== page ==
Boston’s history is filled with what I call “Wild Women.” There are countless female firebrands, matronly mavericks and rabble-rousing reformers throughout Boston’s history who could literally fill a book…or two…or three.


For example:

  • The first African American poet in America’s history? Check. Phyllis Wheatley.

  • The only Mayflower passenger to make her way to Boston? Mary Chilton is buried in King’s Chapel Cemetery.

  • The first African American female doctor and registered nurse? Double check. Rebecca Lee Crumpler and Mary Eliza Mahoney.

  • Writers of classic literature? Authors Louisa May Alcott and Harriet Beecher Stowe both wrote and lived in Boston.

  • Looking for the leader of the campaign to make Thanksgiving a national holiday? Give thanks to Sarah Josepha Hale.

  • Searching for suffragettes? My vote goes to Julia Ward Howe, Lucy Stone and Maud Wood Park.

  • Teachers of the blind? Annie Sullivan taught Helen Keller after being educated at the Perkins School for the Blind in South Boston.


Nobel Peace Prize winners, scientists, doctors and nurses. Architects, composers and artists. Writers and teachers. Collectors and patrons. Entrepreneurs. Abolitionists. Reformers. Boston has many women to be proud of. There is a Boston Women’s Heritage Trail with no fewer than sixteen self-guided walks through almost as many Boston neighborhoods.


However, I like to think about the OTHER women, the women who don’t traditionally make the lists above. Their stories are no less remarkable. Like Elizabeth Murray and the Cuming sisters who were entrepreneurs in colonial Boston. Mercy Otis Warren did her job to galvanize the public in supporting independence from England in the run-up to the Revolutionary War. Sarah Parker Remond refused to be moved over one hundred years before Rosa Parks boarded a bus, and Kathrine Switzer ran her own “rogue” marathon in Boston.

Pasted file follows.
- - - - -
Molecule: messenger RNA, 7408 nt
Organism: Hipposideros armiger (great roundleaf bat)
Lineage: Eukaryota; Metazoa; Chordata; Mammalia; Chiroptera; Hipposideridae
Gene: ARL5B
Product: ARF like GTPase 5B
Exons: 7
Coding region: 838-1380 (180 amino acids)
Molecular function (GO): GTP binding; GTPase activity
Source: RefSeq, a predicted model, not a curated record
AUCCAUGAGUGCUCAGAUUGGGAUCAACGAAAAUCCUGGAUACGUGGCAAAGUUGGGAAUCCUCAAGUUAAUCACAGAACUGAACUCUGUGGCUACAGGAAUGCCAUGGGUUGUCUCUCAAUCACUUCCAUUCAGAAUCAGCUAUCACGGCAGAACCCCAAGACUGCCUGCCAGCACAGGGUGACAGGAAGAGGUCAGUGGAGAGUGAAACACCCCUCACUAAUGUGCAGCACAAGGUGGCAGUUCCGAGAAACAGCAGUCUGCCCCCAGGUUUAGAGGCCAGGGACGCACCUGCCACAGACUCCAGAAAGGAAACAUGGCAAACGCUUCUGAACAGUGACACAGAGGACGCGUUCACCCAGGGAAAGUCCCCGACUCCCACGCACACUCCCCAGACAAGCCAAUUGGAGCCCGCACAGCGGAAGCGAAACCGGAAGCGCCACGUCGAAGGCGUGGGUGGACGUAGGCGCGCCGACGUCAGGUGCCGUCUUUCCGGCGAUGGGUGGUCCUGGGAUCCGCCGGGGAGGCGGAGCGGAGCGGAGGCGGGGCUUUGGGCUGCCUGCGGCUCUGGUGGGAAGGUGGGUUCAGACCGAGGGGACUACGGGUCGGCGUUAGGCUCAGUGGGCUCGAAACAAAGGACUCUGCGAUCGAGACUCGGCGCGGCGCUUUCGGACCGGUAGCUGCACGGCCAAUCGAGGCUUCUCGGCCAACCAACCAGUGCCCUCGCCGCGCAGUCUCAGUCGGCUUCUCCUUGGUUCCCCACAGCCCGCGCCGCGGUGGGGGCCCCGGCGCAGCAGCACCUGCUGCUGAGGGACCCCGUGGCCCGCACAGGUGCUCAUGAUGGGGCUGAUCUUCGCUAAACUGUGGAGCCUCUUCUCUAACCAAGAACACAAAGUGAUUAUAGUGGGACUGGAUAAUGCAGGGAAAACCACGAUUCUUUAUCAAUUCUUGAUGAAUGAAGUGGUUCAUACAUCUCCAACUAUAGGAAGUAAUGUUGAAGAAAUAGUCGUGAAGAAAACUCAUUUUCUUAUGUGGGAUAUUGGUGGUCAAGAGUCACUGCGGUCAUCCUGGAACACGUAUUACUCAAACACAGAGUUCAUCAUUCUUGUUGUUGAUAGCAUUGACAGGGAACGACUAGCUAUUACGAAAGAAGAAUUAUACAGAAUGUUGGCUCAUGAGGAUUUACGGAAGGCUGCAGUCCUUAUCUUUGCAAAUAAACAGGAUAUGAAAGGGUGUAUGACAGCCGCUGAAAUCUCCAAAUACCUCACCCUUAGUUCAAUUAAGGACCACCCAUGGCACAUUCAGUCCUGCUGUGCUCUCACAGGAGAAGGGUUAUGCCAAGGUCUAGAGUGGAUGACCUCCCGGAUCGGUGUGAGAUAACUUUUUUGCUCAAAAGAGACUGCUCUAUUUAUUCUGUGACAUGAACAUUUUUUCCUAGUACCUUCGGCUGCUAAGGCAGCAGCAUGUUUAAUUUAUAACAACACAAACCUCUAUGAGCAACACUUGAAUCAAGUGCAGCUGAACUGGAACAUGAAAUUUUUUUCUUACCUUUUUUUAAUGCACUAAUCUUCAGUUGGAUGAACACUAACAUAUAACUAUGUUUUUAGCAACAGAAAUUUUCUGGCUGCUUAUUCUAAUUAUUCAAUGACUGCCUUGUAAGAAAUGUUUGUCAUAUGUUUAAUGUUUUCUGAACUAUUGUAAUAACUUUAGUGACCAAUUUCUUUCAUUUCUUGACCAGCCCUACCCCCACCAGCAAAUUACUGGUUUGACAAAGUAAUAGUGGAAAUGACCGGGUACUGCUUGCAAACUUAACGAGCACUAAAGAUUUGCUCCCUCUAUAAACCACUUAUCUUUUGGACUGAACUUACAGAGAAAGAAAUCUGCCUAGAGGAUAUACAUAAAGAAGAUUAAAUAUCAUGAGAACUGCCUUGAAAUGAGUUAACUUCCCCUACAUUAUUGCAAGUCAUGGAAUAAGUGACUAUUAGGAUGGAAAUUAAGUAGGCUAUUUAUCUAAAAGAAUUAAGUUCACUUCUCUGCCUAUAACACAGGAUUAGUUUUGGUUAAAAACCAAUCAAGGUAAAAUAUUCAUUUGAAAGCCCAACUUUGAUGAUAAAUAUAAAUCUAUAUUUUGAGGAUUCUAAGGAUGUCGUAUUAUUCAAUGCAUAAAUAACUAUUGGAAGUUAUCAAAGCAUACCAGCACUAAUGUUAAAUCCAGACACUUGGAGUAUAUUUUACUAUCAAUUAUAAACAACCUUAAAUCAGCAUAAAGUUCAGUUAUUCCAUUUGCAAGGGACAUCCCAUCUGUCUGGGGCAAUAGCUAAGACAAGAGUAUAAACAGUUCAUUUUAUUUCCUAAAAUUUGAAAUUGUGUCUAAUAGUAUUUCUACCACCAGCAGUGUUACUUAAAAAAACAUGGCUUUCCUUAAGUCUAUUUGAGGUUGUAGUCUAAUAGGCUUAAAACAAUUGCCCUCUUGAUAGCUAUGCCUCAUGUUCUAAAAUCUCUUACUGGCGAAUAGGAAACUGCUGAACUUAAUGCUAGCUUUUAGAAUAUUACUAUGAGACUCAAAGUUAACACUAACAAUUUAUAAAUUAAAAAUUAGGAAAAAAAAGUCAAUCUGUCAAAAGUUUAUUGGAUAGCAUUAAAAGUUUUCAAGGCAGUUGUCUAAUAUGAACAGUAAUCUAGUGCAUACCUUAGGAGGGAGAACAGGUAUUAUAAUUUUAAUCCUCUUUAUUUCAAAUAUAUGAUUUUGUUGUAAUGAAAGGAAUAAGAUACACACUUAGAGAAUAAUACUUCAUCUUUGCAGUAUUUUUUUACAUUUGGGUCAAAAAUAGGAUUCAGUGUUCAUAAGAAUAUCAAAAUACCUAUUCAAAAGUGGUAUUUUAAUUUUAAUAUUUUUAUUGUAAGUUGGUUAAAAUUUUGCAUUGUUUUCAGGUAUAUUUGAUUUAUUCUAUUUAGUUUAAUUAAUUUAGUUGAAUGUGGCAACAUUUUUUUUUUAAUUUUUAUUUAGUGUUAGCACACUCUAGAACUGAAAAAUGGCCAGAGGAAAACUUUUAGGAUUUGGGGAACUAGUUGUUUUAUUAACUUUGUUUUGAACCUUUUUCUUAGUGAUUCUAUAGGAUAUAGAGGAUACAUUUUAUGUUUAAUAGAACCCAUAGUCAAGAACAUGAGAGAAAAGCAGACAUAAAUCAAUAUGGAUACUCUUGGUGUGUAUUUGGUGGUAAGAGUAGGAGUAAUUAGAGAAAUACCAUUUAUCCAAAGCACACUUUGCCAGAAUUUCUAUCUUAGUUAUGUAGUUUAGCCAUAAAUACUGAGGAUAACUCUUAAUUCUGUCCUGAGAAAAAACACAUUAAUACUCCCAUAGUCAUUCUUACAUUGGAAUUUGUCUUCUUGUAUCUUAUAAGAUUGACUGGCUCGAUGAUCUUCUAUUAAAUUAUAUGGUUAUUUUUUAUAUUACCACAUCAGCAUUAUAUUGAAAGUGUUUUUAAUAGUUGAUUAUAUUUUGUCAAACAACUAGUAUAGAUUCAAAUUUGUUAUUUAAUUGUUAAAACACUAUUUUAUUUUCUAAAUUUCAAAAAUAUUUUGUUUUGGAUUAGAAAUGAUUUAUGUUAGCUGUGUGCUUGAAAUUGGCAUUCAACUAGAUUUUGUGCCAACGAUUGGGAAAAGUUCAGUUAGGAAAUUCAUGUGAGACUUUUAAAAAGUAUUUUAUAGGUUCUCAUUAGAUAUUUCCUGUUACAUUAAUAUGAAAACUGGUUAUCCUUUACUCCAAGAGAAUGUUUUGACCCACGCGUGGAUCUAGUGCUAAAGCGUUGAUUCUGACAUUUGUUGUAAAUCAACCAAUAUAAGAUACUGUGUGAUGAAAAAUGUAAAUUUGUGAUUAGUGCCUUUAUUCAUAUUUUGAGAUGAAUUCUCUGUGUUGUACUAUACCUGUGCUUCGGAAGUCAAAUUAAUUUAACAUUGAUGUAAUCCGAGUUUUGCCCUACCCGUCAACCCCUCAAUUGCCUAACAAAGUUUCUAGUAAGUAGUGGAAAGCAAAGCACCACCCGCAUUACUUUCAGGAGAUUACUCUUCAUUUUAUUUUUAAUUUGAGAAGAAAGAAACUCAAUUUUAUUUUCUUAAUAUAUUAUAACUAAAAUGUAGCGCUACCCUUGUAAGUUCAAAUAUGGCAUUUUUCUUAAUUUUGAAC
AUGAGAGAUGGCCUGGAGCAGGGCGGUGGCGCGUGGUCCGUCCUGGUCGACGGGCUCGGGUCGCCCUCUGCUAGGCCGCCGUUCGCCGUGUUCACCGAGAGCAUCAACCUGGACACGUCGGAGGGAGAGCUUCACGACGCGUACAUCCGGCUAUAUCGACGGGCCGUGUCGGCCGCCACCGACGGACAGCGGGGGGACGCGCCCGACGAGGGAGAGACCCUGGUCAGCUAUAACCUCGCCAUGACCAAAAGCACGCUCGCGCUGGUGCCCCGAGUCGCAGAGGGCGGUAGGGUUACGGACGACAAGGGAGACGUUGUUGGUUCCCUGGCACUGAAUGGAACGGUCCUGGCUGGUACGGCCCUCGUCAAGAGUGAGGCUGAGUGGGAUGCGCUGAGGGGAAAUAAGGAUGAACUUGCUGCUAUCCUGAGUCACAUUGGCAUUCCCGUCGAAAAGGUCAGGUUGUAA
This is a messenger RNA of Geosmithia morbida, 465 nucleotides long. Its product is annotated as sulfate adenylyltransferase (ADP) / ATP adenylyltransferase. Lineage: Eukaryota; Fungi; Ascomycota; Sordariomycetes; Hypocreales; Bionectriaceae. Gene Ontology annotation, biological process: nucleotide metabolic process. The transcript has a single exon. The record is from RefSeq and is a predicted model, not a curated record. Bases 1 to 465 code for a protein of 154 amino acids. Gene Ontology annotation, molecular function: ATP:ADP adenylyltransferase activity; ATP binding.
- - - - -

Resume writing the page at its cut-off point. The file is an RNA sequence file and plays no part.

Many of these women had a lot in common. None of them really set out to be mavericks—well, except for Isabella Stewart Gardner, who was a natural at thumbing her nose at Boston’s elite while they had no choice but to bow to her wishes. Most of these women found themselves in extraordinary circumstances and had the fortitude to meet their challenges head on. They by and large claimed no wish or need for the spotlight. One can picture Mary Brown Patten shrinking after being lionized in the newspapers after she piloted a clipper ship around Cape Horn in the stormiest of winter seasons. She died in practical anonymity, and she wanted it that way.